Aesthetics of Music
Aesthetics of Music in Sixteenth-Century Germany, the Low Countries and England
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|Format: ||Paperback, 414 pages|
|Published In: ||United States, 01 April 2013|
For the first time, Dr. David Whitwell presents a thorough study of the performance of music in society together with the philosophical views on art versus entertainment, the role of performance in education and character formation and how earlier philosophers viewed the interplay among Reason, Emotions, experience and the senses. The present volume gives the reader a comprehensive view of the aesthetics of music in sixteenth-century Germany, England and the Low Countries. Included here are the first significant contemporary German performance descriptions by Michael Praetorius, Cochlaeus, Ornithoparchus, Listenius, Glarean and Coclico. And of course the reader will find the aftermath of Martin Luther, particularly through the accounts of Erasmus. With regard to England, one finds here extensive accounts of the first great period of English music, including descriptions from poets, fiction and of course the Elizabethan Theater which is known for its attempt to accurately reflect sixteenth-century life. With regard to the future, perhaps there was no greater harbinger than the historic shift through which music was no longer a pursuit of the noble but became the function of servants.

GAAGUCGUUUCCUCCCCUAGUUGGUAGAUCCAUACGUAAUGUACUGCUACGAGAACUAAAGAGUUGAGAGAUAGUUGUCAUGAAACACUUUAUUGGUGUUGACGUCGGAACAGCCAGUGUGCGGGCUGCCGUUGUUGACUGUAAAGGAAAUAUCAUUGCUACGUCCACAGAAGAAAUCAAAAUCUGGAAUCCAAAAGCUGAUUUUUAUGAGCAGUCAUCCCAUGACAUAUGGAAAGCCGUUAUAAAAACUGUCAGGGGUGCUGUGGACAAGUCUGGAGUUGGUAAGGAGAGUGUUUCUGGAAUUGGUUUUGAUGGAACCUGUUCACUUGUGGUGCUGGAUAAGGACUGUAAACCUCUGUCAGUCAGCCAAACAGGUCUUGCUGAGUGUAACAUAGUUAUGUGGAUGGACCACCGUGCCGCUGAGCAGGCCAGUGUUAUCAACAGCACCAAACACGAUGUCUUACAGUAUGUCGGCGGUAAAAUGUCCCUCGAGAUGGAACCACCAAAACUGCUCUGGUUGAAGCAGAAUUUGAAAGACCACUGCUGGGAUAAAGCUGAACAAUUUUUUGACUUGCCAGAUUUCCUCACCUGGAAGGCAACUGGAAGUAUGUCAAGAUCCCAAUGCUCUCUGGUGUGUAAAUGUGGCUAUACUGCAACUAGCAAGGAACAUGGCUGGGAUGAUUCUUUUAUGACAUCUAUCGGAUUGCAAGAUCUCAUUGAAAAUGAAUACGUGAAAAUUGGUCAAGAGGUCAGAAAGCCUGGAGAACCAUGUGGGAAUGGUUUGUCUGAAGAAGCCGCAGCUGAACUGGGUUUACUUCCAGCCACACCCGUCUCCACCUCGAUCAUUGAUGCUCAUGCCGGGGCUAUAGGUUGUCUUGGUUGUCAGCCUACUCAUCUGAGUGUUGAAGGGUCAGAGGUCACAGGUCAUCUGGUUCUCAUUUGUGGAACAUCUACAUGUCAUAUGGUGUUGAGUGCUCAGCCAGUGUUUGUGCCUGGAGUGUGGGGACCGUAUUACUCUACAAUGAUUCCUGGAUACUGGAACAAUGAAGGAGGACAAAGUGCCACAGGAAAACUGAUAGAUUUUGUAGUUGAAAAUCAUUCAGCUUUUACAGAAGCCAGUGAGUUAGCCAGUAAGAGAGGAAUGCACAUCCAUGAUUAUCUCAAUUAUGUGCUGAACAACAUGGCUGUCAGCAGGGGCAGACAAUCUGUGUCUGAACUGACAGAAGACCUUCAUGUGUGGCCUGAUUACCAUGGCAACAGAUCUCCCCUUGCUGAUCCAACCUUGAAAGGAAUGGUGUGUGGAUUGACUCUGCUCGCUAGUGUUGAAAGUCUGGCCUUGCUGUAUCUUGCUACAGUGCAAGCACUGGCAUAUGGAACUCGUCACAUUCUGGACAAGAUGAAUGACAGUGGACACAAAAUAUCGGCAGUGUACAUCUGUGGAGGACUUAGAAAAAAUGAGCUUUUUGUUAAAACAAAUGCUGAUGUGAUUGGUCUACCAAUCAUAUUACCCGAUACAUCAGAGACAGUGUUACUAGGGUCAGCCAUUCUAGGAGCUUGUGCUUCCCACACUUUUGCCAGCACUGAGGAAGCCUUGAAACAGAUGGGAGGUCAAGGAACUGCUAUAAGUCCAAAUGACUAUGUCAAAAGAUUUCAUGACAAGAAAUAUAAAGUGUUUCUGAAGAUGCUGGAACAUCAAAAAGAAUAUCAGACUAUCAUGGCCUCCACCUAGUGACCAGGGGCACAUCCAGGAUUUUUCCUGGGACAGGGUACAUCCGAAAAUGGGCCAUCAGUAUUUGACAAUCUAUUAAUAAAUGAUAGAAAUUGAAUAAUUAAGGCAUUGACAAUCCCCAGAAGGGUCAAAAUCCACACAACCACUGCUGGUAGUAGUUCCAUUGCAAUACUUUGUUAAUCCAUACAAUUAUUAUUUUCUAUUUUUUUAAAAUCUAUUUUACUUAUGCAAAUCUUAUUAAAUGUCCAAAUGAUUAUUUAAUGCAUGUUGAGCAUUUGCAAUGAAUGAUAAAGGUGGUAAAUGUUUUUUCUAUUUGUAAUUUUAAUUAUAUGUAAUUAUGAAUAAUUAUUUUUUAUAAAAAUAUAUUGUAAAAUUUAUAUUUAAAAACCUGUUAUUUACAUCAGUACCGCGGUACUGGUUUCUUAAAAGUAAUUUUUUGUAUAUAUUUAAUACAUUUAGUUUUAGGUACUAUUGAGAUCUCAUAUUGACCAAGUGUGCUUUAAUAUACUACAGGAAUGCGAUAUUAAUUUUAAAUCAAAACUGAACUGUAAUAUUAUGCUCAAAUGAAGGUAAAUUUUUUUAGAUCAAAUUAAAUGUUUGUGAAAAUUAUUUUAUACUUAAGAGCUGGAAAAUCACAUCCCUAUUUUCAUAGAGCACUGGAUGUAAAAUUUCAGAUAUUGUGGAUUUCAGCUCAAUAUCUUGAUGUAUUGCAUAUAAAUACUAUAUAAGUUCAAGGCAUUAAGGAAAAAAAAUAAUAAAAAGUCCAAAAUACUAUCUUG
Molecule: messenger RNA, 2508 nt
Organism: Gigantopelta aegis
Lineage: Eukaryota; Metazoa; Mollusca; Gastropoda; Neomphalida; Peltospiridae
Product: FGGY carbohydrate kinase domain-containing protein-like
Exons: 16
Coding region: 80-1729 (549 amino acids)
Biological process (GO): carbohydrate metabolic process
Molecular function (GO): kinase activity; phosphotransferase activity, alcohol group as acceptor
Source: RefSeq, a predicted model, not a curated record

About the Author
David Whitwell studied conducting at the Akademie fur Musik, Vienna, with Hans Swarowsky, and with Eugene Ormandy. He has conducted resident ensembles in Austria, Switzerland, Israel, Japan, Wales, England, Germany, The Netherlands, Bolivia, Peru, Korea, Taiwan, Russia and the United States, among them the Philadelphia Orchestra, Seattle Symphony Orchestra, the Czech Radio Orchestras of Brno and Bratislava, and The National Youth Orchestra of Israel. David Whitwell was named as one of six men who have determined the course of American bands during the second half of the twentieth century, in the definitive history, The Twentieth Century American Wind Band (Meredith Music), and he is one of nine men described by Paula A. Crider in The Conductor's Legacy (Chicago: GIA, 2010) as 'the legendary conductors' of the twentieth century.
23.5 x 19.1 x 2.16 centimetres (0.71 kg)|
15+ years |